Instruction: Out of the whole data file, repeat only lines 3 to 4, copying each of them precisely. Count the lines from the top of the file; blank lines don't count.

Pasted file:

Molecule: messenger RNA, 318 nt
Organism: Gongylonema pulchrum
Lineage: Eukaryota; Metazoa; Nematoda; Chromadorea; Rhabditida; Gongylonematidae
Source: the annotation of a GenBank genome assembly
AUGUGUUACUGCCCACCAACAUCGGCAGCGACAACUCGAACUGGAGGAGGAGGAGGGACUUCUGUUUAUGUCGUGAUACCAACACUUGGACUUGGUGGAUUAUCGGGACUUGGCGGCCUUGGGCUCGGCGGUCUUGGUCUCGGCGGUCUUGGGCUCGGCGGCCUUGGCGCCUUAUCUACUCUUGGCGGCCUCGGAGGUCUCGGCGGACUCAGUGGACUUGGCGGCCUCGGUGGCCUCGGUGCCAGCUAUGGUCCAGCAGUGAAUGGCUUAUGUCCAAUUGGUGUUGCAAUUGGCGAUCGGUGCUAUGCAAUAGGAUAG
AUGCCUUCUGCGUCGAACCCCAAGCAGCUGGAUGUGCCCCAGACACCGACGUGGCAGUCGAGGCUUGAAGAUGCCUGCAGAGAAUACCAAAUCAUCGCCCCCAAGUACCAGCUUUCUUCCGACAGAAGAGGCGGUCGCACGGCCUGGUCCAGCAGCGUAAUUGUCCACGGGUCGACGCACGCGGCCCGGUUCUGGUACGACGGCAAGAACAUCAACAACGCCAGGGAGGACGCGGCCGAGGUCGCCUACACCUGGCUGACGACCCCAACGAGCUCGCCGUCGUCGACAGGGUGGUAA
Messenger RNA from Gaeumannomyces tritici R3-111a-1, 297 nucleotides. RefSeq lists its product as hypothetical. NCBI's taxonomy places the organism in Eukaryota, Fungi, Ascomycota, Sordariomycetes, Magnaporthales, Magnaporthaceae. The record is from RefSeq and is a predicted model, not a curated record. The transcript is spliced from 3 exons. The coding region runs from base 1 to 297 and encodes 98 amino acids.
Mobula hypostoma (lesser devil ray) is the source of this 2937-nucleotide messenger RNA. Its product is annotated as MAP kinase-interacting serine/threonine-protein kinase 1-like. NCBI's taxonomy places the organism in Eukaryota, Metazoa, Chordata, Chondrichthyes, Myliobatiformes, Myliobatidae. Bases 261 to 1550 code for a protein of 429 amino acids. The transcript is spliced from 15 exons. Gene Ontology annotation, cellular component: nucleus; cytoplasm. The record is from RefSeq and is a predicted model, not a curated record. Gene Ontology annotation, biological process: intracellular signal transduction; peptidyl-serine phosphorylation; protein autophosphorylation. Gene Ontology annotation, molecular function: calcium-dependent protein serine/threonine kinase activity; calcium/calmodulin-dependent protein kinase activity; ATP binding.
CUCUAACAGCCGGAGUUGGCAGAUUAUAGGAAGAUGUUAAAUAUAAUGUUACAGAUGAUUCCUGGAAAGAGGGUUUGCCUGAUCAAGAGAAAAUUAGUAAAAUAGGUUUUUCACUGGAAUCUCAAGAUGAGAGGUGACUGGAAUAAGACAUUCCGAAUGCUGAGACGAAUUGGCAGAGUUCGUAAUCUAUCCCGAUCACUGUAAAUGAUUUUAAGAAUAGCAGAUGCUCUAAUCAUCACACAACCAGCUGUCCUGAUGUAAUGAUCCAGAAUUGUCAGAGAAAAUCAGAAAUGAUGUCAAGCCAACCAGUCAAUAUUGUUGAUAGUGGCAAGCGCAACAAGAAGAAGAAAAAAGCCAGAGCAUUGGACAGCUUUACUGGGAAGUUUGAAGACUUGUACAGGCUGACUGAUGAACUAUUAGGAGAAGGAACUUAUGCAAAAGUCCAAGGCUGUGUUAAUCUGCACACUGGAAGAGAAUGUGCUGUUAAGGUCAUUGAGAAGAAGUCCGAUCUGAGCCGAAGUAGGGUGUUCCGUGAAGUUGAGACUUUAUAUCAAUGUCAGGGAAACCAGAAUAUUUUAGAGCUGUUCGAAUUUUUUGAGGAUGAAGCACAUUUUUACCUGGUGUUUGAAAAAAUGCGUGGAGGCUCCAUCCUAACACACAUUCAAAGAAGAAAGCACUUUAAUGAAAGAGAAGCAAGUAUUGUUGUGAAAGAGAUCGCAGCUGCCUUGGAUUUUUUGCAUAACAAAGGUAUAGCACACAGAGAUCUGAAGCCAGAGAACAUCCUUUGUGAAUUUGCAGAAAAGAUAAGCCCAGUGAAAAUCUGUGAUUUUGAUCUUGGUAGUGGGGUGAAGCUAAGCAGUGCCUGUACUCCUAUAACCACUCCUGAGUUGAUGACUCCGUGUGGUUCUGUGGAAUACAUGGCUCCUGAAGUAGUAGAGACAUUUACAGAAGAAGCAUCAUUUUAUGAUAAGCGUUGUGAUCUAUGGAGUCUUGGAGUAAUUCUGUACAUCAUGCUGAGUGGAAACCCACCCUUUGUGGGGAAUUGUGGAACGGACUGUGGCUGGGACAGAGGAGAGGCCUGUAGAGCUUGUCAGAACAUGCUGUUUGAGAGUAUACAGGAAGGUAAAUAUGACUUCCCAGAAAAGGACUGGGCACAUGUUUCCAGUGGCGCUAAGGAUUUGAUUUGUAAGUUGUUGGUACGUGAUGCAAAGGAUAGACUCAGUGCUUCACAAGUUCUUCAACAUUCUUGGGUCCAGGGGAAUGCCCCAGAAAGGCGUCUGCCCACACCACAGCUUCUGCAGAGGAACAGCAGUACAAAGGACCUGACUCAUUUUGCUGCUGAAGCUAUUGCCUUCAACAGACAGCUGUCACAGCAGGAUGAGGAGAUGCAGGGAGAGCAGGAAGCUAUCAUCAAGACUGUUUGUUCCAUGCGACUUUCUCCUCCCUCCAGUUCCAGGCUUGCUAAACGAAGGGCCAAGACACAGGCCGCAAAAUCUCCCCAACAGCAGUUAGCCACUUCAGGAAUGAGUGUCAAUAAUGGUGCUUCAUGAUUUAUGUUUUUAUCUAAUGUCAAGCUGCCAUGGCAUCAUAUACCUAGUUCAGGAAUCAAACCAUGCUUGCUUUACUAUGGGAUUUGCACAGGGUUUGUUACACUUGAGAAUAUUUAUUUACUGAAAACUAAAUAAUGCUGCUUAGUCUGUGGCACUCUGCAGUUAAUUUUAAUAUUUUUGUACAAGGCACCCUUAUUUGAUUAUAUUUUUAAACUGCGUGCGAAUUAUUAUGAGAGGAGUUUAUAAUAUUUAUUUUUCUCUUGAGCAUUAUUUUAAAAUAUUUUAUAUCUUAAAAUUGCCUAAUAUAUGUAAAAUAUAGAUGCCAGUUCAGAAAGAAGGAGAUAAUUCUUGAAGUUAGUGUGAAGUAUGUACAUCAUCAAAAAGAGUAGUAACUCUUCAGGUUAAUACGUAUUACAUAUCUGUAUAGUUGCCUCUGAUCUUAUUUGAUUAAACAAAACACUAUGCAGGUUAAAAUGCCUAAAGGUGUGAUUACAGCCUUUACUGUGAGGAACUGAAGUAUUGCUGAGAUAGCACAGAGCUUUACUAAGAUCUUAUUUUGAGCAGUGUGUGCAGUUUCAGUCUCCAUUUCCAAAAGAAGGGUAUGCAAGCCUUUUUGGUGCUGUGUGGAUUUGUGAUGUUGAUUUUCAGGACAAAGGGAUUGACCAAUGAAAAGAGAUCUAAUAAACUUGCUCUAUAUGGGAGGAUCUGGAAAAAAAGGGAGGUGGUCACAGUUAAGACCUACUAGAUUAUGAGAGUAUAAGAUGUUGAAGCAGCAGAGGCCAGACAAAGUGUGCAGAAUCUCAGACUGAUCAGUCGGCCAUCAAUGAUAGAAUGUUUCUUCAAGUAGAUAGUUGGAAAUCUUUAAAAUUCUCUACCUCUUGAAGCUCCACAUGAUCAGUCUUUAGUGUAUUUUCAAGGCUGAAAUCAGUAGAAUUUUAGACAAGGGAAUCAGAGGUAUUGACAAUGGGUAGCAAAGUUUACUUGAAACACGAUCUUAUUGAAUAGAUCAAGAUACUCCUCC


Lineage: Eukaryota; Metazoa; Nematoda; Chromadorea; Rhabditida; Gongylonematidae
Source: the annotation of a GenBank genome assembly